Cameron Dodworth

Cameron Dodworth currently teaches at Spring Hill College, the University of South Alabama, and the Alabama School of Mathematics and Science. However, he recently accepted a tenure-track position as Assistant Professor of nineteenth-century British literature at Methodist University, beginning in the fall. Cameron has two articles coming out later this spring, “The Strokes of Brush and Blade: How Basil Hallward Executed Dorian Gray in the Style of Naturalism” in Studies in Gothic Fiction and “Haunted Tomes, Haunted Canvases: Supernatural Realism in Nineteenth-Century Novels and Paintings” in Supernatural Studies. He has also had articles published in Brontë Studies and the Victorians Institute Journal Digital Annex.  His research interests include Gothicism, nineteenth-century literature and art (particularly Realism, Impressionism, and Naturalism), women’s studies, adaptation studies, and food in literature. Cameron has worked professionally as a line cook, prep cook, and banquet cook since the 1990s, and it is the topic of food in literature on which he will be presenting at this year’s NCSA Conference in Boston.

If you could go back to the nineteenth century to change one thing, what would it be? Well, assuming that single-handedly enfranchising women would likely have been a bit too tall of a task, I would probably go for something smaller, like nipping the nineteenth-century aspic fad in the bud. How anyone found gelatinous meat dishes even remotely appetizing is beyond me.

What historical figure would you love to see in 21st-century life? I would actually love to see Vincent van Gogh live and work in the world of 21st-century art. I would think that he would thrive in today’s art culture. I would hope that he would have been a much happier and less angst-ridden person, and I would assume that his work would have been much more appreciated in its time. Also, with modern developments in plastic surgery and facial reconstruction, maybe people would finally be able to get over the ear mutilation thing.

Who was your favorite professor in graduate school and why? Dr. Laura White at the University of Nebraska-Lincoln. She would eventually become my dissertation adviser, and I very much appreciated her honest and even sometimes rather blunt criticism of my writing, even though it might not always have been what I wanted to hear. Even earlier, when I was a Master’s student, I appreciated the advice that she gave me, and enjoyed those rare departmental and conference social occasions when we could talk a bit over a couple glasses of wine. And really, I think that I eventually put the poor woman through a gauntlet of annoyance with my sporadic dissertation writing. Sorry, Laura!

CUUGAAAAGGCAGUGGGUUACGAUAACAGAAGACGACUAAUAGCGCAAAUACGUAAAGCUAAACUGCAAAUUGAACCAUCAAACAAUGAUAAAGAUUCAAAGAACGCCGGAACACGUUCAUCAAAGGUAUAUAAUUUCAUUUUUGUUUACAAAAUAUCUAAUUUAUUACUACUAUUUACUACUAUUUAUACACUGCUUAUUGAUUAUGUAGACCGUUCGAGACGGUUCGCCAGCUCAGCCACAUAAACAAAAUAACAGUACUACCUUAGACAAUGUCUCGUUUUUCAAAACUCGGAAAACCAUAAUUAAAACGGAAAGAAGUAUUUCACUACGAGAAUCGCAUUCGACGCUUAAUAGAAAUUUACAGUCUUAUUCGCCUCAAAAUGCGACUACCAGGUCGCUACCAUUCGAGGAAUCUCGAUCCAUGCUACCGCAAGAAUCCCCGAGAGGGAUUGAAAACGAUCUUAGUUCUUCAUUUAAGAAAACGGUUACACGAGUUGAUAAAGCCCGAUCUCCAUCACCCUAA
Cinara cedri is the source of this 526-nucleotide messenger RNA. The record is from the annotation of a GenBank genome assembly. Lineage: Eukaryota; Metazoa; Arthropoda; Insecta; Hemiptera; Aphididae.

What’s your favorite literary film adaptation? In order to answer this question, I have to give a little background. This past summer, I was chosen to participate in a National Endowment for the Humanities Summer Seminar in Santa Cruz, CA, focused on teaching Charles Dickens through adaptation. One of the two main originary Dickens texts that we explored during the seminar was my favorite book, A Christmas Carol. So, even though my answer might seem lame by giving multiple answers, they are all, as we discussed in the seminar, adaptations of A Christmas Carol, and are also great films: It’s a Wonderful LifeGroundhog Day, and The Muppet Christmas Carol. And I have to give a shout-out to the director of the seminar, Dr. Marty Gould of the University of South Florida, and thank him for turning me on to adaptation studies. It really was a fantastic seminar.

Is there anything from the nineteen century you wished would come back into fashion? Aspics. So that more people would know what I’m talking about when I make fun of them.

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Kate Oestreich

My name is Dr. Kate Faber Oestreich (pronounced A-Strike). I am a proud Buckeye, having earned three degrees from The Ohio State University (BA, MA, PhD). I moved to South Carolina eleven years ago to to teach at Coastal Carolina University, where I am Associate Professor of Literature, Writing, and New Media. Dr. Jennifer Camden and I have co-authored a book entitled, Transmedia Storytelling: Pemberley Digital’s Adaptations of Jane Austen and Mary Shelley (Cambridge Scholars Publishing, 2018). My scholarship and scholarly reviews have appeared in the Victorians Institute Journal, Nineteenth-Century Gender Studies, Companion to Victorian Popular Fiction, The CEA Critic, ARIEL, and the edited collection Straight Writ Queer. I serve on the Board and the Executive Committee of the Nineteenth Century Studies Association, where I am also Co-Director of Electronic Communications and Co-Chair of the Web and Publicity committee. My favorite book of all time is Laura Ingalls Wilder's Little House in the Big Woods, which ignited my love for all things Nineteenth Century.

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